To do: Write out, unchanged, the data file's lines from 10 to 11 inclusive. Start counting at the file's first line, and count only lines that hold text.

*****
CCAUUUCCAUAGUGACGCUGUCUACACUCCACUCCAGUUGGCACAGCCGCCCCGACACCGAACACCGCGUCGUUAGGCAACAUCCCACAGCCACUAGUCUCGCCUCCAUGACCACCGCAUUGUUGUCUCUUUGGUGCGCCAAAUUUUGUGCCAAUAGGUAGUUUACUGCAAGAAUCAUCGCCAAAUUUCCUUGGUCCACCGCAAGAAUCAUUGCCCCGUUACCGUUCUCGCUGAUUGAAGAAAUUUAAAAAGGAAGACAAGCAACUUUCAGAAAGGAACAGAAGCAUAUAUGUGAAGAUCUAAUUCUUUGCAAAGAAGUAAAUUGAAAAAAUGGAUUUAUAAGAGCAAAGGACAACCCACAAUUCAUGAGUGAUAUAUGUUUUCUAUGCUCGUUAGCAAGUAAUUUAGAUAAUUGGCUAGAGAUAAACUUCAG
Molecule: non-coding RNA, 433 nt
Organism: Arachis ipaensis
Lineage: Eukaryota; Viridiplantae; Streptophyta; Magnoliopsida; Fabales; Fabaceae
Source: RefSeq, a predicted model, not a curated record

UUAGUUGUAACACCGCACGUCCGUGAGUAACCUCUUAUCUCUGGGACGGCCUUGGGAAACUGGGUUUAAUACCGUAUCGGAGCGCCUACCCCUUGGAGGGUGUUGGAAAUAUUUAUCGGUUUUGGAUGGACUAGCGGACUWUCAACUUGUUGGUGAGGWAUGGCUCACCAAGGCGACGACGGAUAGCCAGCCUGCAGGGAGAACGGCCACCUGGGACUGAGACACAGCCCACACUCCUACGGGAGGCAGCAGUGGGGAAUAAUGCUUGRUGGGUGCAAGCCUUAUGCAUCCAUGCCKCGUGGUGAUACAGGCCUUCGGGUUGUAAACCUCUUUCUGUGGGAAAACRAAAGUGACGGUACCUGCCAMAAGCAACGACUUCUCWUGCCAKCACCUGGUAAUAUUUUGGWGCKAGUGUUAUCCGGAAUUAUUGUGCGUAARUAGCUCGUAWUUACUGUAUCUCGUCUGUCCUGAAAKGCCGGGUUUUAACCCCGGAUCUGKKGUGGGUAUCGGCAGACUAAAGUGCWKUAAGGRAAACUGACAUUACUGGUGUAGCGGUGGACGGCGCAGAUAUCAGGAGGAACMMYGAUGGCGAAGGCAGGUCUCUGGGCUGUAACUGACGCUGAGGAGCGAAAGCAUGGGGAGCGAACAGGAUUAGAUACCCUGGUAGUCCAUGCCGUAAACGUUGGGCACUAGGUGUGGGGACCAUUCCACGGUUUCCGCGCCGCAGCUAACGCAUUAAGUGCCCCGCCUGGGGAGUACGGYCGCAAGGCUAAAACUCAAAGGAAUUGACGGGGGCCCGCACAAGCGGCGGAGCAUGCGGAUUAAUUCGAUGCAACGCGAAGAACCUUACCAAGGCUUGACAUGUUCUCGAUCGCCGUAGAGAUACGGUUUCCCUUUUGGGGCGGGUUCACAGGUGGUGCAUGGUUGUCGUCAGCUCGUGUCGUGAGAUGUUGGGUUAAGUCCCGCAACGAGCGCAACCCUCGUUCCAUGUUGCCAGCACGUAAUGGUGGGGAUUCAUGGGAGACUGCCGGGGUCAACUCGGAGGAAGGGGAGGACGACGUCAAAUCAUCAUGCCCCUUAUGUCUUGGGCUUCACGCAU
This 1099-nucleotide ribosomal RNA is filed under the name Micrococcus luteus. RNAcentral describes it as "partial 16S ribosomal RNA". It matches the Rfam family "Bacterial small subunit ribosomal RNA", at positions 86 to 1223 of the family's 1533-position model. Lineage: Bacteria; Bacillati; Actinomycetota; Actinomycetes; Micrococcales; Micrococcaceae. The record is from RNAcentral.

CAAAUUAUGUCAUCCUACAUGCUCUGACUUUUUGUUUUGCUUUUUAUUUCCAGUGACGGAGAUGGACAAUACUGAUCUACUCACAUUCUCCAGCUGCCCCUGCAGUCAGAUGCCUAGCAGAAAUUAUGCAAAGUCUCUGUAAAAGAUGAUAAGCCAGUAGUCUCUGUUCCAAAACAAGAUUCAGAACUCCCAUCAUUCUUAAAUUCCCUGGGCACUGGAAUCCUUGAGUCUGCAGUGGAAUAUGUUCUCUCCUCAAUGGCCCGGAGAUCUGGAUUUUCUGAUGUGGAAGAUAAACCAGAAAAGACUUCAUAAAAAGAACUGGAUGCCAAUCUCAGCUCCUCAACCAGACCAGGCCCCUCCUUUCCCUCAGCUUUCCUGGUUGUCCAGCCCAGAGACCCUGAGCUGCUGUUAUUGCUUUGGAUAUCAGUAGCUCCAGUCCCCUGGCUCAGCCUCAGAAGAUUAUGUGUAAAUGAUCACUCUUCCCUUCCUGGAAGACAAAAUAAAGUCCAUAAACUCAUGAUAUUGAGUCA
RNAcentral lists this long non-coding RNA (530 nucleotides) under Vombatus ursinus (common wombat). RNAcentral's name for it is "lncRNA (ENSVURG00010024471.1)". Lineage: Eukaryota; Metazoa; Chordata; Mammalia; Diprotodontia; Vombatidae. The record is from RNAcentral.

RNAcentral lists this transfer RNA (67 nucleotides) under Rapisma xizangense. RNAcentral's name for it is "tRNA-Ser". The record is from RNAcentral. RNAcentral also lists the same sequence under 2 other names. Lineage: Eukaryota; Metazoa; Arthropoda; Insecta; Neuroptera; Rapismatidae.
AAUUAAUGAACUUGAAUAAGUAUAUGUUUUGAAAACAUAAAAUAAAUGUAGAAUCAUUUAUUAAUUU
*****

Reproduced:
RNAcentral lists this transfer RNA (67 nucleotides) under Rapisma xizangense. RNAcentral's name for it is "tRNA-Ser". The record is from RNAcentral. RNAcentral also lists the same sequence under 2 other names. Lineage: Eukaryota; Metazoa; Arthropoda; Insecta; Neuroptera; Rapismatidae.
AAUUAAUGAACUUGAAUAAGUAUAUGUUUUGAAAACAUAAAAUAAAUGUAGAAUCAUUUAUUAAUUU